The U.S. Senate voted to overturn the FCC’s egregious Net Neutrality repeal today by passing their resolution of disapproval! Now the fight goes to the U.S. House of Representatives.
Net Neutrality is the principle that internet service providers (ISPs), should treat all web content equally, which means that your ISP shouldn’t throttle (slow down), block, or otherwise interfere with your internet activity. People often mistake Net Neutrality as a law, or even a rule.
Net Neutrality is an idea, concept, or principle, just like freedom isn’t a law, it’s an idea, concept, and principle. In the USA, we were all taught that freedom was the motivation for the Declaration of Independence, and the Bill of Rights. Likewise, Net Neutrality is the ideal and standard that inspired the 2015 Open Internet Order.
I decided to start this article, which I intend to keep adding to over time, because I was unable to find a solution to my problem through searches. I hope this information helps people.
Problem: codepage cp437 not found Solution: I encountered this error when I was trying to slim down my Debian Stretch installation. Through trial-and-error, I was trying to figure out what all is unnecessary in order to run a small headless/no GUI system. I had deleted directories in the fs/ directory, which corresponded to file system types I didn’t expect to encounter on that system. The important directory was “nls/”. This directory contains code pages with characters that the terminal needs in order to display certain text correctly. I personally don’t care how fancy or bad the fonts look on a console, especially if I plan to run it headless.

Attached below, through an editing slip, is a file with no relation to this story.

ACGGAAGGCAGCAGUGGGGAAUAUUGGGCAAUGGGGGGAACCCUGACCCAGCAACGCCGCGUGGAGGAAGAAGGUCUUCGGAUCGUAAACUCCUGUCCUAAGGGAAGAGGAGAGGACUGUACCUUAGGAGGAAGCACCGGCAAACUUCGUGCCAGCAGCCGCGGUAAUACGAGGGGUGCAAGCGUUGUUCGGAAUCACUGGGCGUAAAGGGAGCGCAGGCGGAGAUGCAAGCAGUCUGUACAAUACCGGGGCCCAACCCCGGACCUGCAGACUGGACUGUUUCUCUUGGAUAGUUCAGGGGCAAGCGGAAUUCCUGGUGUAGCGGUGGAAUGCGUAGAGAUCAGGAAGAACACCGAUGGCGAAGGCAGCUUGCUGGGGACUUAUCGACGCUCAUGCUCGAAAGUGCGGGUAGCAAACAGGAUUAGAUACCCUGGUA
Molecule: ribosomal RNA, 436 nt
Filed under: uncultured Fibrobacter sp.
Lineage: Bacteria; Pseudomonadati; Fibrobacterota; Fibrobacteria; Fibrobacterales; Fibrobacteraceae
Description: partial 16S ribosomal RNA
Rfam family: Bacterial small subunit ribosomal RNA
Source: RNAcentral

I finally got around to posting the code for MemDump, a program I wrote for my 8088 computer (back in July, last year *eye roll*) to display the contents of memory. I have used it extensively so far to see if my interrupts and interrupt vector table (IVT) are installed correctly in low memory.
I restarted my homebrew 8088 computer from scratch, and replaced the original 2 KB of SRAM with 384 KB (I left room in the memory map to add 256 more KB for a final total of 640 KB). I also wrote a firmware program to initialize the interrupt vector table, added an interrupt controller, completely redesigned the control signal demultiplexing circuitry (which both improved the efficiency and decreased the complexity), and wrote a simple demo program to display a memory dump in hexadecimal.
Back in 2013 I wanted to learn how to build a homebrew computer, like what hackers and hobbyists did back in the 1970s during the homebrew computer craze. Although I was about 40 years late, I wanted to make a homebrew computer of my own. Sure, there are much better computers nowadays, but unless you can make circuit boards that have REALLY small solder connections, you can’t really make your own from scratch.
This blog is long overdue for an update, but I’ve been so busy with college that I’ve barely had enough time to even finish my homework, let alone work on my blog. But here I am, as the semester is winding down, and I found myself with a little spare time (on the weekend no less!). So, I figured I would share my most significant project to date.
I’ve known how to put computers and their parts together for almost 20 years now, but I’ve never built my own computer, let alone my own gaming computer, until a long time ago (in tech industry time).
Toward the end of 2015 and early 2016, I decided I wanted to get in on the new, up-and-coming VR thing, and possibly design some VR apps or games. So I knew I needed a computer that could handle it. I started ordering parts for it in January 2016, and ordered the last of my parts, the 980 Ti in March 2016.
It blew everyone away when Steve Jobs unveiled it in 1998. A computer that was sleek, all-in-one, affordable (for the time), and stylish. I remember when the Bondi Blue iMac first appeared in the computer labs at my school. I was stunned. The first thing I noticed was how beautiful it was. I had never seen a computer that looked that good before – no one had.